Multani, Meiorin and Sauvé are all names that are synonymous with legal tests in Canada. But beyond the monumental Supreme Court of Canada decisions that bear their names, little is known about the former litigants and how they feel about their names being famous in legal circles for the precedents they set. The trio describes the impact of their court victories. 

Richard Sauvé (voting rights for prisoners)

More than 40 years ago, Richard Sauvé was arrested and convicted for the first-degree murder of an Ontario biker-gang member. After serving his sentence and while on parole, he was denied the right to vote.

Sauvé launched a legal challenge that ended in a 5-4 decision in the Supreme Court of Canada in 2002. He secured a historic right for inmates to cast votes in elections, as guaranteed in Section 3 of the Charter of Rights.

Eighteen years after his victory, Sauvé works to help reintegrate prisoners back to society. He works at St. Leonard’s LifeLine and Peer Life Transition, where he helps men serving long sentences. “I do one-on-one counselling with them,” he says. Sauvé also works at Queen’s University’s law clinic as the Indigenous justice coordinator.

While Sauvé’s case set a legal precedent, he says the legal precedent he set came at a cost him and his family.

“I had grandkids,” Sauvé said. “They studied about this in law class and they have always been aware of the fact that I was in prison,” he says, adding they were stigmatized.

Sauvé says that when he was still in prison, his victory helped give prisoners hope for community engagement. Around election time, they would read the newspapers, watch the television and discuss all the political parties and their platform.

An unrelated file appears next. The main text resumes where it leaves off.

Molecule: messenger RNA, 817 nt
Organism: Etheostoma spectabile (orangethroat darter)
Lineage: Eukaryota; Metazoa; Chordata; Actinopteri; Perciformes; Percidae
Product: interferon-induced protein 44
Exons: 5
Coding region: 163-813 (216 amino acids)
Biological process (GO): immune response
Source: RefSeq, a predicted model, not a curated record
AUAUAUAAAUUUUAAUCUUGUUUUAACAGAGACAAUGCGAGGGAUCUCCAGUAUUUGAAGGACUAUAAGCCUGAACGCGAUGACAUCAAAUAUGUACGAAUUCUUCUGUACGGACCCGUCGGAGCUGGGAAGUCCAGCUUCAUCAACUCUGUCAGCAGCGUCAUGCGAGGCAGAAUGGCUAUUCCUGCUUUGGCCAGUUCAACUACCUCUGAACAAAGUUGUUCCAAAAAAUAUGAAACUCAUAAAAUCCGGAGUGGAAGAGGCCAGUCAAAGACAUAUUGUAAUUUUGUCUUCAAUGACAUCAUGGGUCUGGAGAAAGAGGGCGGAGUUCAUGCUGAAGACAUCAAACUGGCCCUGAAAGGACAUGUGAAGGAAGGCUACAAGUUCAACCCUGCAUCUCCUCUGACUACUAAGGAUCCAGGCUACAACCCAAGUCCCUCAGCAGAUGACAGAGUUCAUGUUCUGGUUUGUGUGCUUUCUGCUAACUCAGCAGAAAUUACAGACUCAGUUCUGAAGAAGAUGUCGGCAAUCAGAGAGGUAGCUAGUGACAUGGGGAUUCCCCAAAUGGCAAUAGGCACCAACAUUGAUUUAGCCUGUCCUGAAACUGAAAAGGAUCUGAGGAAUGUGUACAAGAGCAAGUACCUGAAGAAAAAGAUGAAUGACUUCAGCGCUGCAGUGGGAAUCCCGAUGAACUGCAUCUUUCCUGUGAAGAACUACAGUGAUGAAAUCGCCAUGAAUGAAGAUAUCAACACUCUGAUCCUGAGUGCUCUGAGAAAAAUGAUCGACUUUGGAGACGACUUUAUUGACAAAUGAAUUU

Tawney Meiorin (equality for women firefighters)

In 1994 Tawney Meiorin lost her job as a crew member fighting forest fires in B.C. after she fell 49 seconds short of meeting the physical requirement of running 2.5 kilometers in less than 11 minutes.

She then launched a legal challenge based on the argument that she was discriminated against because women have less aerobic capacity than men.

It was a six-year battle that ended in a Supreme Court of Canada victory for Meiorin in a ruling that concluded she was a victim of sex discrimination.

But she says the win came too late for her to go back to firefighting.

“I lost a career that I loved,” Meiorin says. “I would not be hired as a firefighter because I had a pending lawsuit against the government. I had to find a whole new career.”

Meiorin now works in occupational health and safety in B.C.

She has a key piece of advice that she learned from her court case.

“If you feel that something is wrong, have the courage to fight and don’t give up,” Meiorin says. “Keep fighting as hard and as far as you can.”

Gurbaj Singh Multani (the right to carry kirpan at school)

At 12 years old, Gurbaj Singh Multani was a practising Sikh who was not allowed to carry a small ceremonial dagger at his French public school in Quebec. His father, Balvir Singh Multani, challenged the policy, kicking off a legal saga that ended in a Supreme Court of Canada victory on the grounds of religious freedom.

Almost 14 years after the 2006 ruling, Gurbaj says he wished that it did not take a legal fight to secure the right.

“We live in Canada,” he says. “I wasn’t expecting such harsh behaviour against students in a multicultural country.”

Multani, who is now 31, works for the federal government in Sudbury.

He says he would have loved to work in Quebec, but his French is not strong enough, which he attributes to not being able to attend French school while his challenge wound its way through the system.

“I wanted to learn French and that was the reason why I went to a French school,” Multani says. “Since the case went through for six years, I wasn’t able to attend a French school. By the time it was done, I was graduated from high school without being fully bilingual.”

Still, he says he is happy to have dedicated a part of his life to fighting for something all Canadians should have.

By Merna Emara (legal journalism student at Carleton University, Ottawa)